* Euro at two-month lows as weak German data adds to ECB cut talk
* Entire Swiss bond curve negative yields as 50-year succumbs
* Nikkei, Australian shares hit multi-month highs
* China shares rise on trade talk hopes
* ECB rate decision at 1145 GMT, news conference at 1230 GMT
* World FX rates in 2019 tmsnrt.rs/2egbfVh
* Asian stock markets : tmsnrt.rs/2zpUAr4
By Marc Jones
LONDON, July 25 (Reuters) - The euro and bond yields wilted on Thursday as a slump in German business confidence added to pressure on the European Central Bank to push interest rates even deeper into sub-zero territory later.
With the chance of a ECB rate cut now priced at about 50-50, the euro was at a two-month trough, German Bund yields were slipping back towards record lows and Europe's main stock markets shuffled higher.
New German data added to the call for ECB action as it showed business morale there had hit its lowest level since April 2013.
The ripple effect saw bond yields bow across Europe. Neighbouring Switzerland's 50-year government bond yield even went negative, meaning that none of its bonds now offer buyers any interest.
"The weak macro data this week means the ECB will be forced to act sooner than later," said Daniel Lenz, a rates strategist at DZ Bank in Frankfurt.
"The German economy is navigating troubled waters," Ifo President Clemens Fuest added, saying companies there were increasingly concerned about the outlook for their businesses.
Overnight it had been a happier story. Wall Street's S&P 500 and Nasdaq had both hit record highs after reassuring comments from Texas Instruments about global chip demand blunted the impact of weak earnings from Boeing and Caterpillar.
Facebook also announced forecast-beating revenues, sending its shares higher in extended trading after the closing bell.
The social media company's stock has surged over 56% so far this year, despite warnings on future revenue growth from new data privacy rules and forthcoming privacy-focused product changes.
Asia then managed to overcome some early wobbles to finish higher and with some striking milestones.
Japan's Nikkei touched a near three-month high, although Australia stole the glory as it ended near a 12-year peak after its central bank chief stressed interest rates could continue to fall.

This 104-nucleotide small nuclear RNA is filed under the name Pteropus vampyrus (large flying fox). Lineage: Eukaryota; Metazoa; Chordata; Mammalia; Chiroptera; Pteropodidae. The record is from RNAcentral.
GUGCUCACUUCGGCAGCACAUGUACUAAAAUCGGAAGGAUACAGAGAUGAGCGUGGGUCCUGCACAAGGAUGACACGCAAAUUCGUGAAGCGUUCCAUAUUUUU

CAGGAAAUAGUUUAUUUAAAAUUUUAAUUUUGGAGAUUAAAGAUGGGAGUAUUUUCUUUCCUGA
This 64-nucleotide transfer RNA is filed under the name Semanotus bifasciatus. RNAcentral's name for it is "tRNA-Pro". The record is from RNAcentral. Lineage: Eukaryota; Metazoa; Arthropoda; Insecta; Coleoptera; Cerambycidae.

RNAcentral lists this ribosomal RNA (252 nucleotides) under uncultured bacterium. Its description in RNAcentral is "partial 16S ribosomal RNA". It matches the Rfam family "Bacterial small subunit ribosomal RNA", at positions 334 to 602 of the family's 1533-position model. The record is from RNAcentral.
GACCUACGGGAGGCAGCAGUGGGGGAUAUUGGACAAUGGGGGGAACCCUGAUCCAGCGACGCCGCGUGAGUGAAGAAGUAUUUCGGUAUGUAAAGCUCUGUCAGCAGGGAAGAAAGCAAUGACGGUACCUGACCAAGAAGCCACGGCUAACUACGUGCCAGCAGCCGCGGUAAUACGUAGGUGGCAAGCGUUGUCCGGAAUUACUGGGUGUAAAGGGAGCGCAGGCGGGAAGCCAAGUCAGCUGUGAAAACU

Chinese blue-chips also added 0.5% in Shanghai. Investors there looked with hope to a meeting between top U.S. and Chinese negotiators next week, even if there are few signs that it will produce real progress in the two countries' trade war.
"Lower rates are generally, in a traditional, mechanical way, good news for equity prices," said Jim McCafferty, head of equity research, Asia ex-Japan, at Nomura.
For all the ECB focus, the day's real fireworks were already going off in Turkey.
The country slashed its main interest rate to 19.75% from 24% in the first rate meeting since President Tayyip Erdogan sacked the former central bank chief for not cutting rates fast or furiously enough.
New governor Murat Uysal didn't waste anytime and the lira rose 0.3% in response.
"The CBRT (Turkish central bank) had room for manoueuvre given real rates are at 8%, and decided to front-load some of its expected easing," said Standard Chartered economist Carla Slim.
"It likely deemed the global market and geopolitical backdrop benign enough to give more weight to domestic issues. The risk is that cutting too much too soon could unnerve markets."
Back among the major currencies, the dollar was down against the yen at 108.07 and the dollar index, which tracks it against six major currencies, barely budged at 97.757.
Sterling was broadly flat at $1.2475, after falling for several sessions as market participants feared the looming possibility of a no-deal Brexit under Britain's new prime minister, Boris Johnson.
"If talks between the UK and EU break down, the GBP could see further losses," said Steven Dooley, currency strategist at Western Union Business Solutions.
In commodities, U.S. crude added 20 cents to $56.08 per barrel while Brent crude climbed 15 cents to $63.33.
The advance came amid Middle East tensions and a big fall in weekly U.S. crude stockpiles, although the gains were curbed by a frail demand outlook and increasing signs of slowing global economic growth.
Spot gold slipped 0.2% to $1,423.09 an ounce, short of last week's peak of $1,452.60.
Additional reporting by Saikat Chatterjee in London and Swati Pandey in Sydney; editing by Jon Boyle, Larry King